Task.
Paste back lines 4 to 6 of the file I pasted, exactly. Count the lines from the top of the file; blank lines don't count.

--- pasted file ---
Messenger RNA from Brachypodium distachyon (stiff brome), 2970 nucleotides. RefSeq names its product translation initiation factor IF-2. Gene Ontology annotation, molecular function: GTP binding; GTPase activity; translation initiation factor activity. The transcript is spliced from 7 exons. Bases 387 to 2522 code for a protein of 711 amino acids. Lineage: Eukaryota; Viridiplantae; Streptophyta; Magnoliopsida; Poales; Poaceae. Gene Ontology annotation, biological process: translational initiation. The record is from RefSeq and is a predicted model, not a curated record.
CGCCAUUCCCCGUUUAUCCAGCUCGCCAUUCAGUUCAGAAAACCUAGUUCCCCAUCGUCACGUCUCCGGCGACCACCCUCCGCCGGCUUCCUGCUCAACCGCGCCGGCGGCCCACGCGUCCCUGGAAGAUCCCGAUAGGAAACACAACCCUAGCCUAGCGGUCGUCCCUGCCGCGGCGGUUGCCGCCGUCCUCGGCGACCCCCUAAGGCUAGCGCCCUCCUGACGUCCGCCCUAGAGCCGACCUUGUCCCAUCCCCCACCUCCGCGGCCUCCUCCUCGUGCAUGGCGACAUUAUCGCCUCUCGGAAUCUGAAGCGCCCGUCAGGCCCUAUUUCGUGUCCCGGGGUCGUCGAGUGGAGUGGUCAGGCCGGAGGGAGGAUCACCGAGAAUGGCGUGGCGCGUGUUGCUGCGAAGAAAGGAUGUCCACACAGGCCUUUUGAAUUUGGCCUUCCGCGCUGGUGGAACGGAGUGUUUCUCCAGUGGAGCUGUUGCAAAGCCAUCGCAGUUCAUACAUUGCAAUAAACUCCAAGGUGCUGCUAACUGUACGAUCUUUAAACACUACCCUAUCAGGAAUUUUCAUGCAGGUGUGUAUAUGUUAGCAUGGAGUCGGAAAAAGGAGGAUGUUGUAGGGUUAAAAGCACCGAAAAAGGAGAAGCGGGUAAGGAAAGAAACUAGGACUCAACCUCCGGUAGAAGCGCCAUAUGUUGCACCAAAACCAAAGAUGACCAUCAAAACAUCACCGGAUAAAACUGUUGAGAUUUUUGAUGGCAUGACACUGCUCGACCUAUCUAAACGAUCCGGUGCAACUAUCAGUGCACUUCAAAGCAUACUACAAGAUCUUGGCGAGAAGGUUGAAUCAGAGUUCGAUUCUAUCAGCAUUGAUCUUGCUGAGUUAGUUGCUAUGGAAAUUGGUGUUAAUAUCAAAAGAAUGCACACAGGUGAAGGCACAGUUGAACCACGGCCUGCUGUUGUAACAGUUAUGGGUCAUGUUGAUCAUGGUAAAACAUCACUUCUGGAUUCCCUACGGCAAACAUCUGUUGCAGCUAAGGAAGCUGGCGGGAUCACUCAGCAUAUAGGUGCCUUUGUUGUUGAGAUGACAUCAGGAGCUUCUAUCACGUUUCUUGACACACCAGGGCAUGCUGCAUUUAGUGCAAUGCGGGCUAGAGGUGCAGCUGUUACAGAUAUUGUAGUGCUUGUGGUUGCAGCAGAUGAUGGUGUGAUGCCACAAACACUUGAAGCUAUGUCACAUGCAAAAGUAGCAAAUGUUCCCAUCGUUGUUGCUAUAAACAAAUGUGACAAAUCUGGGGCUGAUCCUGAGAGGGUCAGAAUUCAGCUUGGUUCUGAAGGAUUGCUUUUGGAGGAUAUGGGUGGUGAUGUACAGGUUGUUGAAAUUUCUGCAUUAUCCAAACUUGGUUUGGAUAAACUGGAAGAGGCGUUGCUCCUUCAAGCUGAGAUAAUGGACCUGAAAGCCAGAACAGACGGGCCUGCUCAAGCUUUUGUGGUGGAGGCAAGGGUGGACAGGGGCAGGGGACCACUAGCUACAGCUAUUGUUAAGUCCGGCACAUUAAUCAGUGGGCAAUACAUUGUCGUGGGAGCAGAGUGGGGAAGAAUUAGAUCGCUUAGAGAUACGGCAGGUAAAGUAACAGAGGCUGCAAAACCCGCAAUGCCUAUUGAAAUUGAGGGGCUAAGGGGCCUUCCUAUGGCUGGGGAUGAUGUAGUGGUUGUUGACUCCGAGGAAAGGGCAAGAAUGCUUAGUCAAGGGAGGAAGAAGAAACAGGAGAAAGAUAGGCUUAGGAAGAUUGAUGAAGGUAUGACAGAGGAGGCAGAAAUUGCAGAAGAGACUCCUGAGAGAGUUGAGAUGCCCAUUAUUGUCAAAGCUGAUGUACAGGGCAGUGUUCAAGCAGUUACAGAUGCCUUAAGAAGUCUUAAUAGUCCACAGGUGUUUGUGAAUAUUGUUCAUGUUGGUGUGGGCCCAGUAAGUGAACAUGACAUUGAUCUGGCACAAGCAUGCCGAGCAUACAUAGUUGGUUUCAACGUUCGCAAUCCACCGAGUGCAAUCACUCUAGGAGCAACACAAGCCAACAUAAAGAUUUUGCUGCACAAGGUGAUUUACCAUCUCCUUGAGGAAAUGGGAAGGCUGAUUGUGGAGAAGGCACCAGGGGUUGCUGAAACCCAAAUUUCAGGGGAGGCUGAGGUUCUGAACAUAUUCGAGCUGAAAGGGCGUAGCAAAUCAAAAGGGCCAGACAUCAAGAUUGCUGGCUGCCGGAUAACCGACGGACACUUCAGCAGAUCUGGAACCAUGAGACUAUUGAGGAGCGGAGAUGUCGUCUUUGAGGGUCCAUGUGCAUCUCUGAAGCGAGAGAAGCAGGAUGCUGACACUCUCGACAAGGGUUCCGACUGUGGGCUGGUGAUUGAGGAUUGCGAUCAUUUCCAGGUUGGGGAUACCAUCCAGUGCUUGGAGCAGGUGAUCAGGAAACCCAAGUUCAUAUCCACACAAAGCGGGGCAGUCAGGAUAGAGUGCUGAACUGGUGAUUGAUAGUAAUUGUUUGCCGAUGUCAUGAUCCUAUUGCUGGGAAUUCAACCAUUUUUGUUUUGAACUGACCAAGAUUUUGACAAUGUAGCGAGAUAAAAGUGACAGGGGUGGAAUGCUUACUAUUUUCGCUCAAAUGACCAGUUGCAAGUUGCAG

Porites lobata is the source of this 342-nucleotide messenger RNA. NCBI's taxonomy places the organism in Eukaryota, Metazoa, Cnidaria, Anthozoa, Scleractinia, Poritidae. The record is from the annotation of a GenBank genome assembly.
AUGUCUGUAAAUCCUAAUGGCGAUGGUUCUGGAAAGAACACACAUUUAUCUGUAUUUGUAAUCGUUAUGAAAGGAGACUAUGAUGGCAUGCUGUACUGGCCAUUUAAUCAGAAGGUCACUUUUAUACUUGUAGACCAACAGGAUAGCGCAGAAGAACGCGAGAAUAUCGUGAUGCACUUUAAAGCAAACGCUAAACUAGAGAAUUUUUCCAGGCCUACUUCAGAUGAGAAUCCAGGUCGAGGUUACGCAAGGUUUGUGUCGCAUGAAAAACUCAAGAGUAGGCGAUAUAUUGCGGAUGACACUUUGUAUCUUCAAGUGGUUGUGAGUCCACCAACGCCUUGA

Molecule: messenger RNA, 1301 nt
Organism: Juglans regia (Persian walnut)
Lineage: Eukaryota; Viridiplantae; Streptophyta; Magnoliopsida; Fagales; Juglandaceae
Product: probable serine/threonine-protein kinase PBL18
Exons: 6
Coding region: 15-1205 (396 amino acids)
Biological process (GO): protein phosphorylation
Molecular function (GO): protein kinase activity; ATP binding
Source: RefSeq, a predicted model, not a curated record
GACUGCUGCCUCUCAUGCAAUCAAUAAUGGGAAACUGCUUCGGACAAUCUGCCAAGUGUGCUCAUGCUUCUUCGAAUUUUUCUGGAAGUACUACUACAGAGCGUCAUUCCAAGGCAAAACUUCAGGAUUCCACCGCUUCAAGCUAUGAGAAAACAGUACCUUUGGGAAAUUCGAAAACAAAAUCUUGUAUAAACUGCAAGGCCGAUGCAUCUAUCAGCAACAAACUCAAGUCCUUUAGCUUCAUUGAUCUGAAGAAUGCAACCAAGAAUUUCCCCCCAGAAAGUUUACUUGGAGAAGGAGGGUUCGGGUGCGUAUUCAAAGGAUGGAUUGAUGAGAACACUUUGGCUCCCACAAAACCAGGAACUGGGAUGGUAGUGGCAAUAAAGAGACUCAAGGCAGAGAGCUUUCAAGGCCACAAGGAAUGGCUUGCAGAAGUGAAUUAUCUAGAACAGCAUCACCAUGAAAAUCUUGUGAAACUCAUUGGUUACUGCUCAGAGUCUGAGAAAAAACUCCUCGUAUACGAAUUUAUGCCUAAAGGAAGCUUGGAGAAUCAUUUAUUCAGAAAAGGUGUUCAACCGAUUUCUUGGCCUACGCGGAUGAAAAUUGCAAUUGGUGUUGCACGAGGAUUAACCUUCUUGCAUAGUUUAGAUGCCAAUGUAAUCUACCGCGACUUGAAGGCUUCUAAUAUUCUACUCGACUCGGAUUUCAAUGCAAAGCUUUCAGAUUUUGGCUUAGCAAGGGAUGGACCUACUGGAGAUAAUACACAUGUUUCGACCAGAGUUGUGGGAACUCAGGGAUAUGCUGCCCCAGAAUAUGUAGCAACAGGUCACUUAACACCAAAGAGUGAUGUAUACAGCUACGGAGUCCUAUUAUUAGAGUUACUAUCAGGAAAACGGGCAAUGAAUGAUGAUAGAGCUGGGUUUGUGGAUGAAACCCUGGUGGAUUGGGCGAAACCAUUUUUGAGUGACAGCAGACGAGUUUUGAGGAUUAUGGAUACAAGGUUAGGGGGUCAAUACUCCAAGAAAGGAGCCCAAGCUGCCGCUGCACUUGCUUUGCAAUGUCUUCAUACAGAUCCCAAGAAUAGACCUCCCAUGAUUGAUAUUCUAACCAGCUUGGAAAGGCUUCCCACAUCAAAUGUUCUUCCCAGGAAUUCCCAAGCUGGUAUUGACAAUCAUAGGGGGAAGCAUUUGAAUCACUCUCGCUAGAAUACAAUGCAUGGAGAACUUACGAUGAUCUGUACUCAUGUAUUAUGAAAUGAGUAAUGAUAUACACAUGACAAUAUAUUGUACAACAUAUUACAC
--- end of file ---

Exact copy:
AUGUCUGUAAAUCCUAAUGGCGAUGGUUCUGGAAAGAACACACAUUUAUCUGUAUUUGUAAUCGUUAUGAAAGGAGACUAUGAUGGCAUGCUGUACUGGCCAUUUAAUCAGAAGGUCACUUUUAUACUUGUAGACCAACAGGAUAGCGCAGAAGAACGCGAGAAUAUCGUGAUGCACUUUAAAGCAAACGCUAAACUAGAGAAUUUUUCCAGGCCUACUUCAGAUGAGAAUCCAGGUCGAGGUUACGCAAGGUUUGUGUCGCAUGAAAAACUCAAGAGUAGGCGAUAUAUUGCGGAUGACACUUUGUAUCUUCAAGUGGUUGUGAGUCCACCAACGCCUUGA

Molecule: messenger RNA, 1301 nt
Organism: Juglans regia (Persian walnut)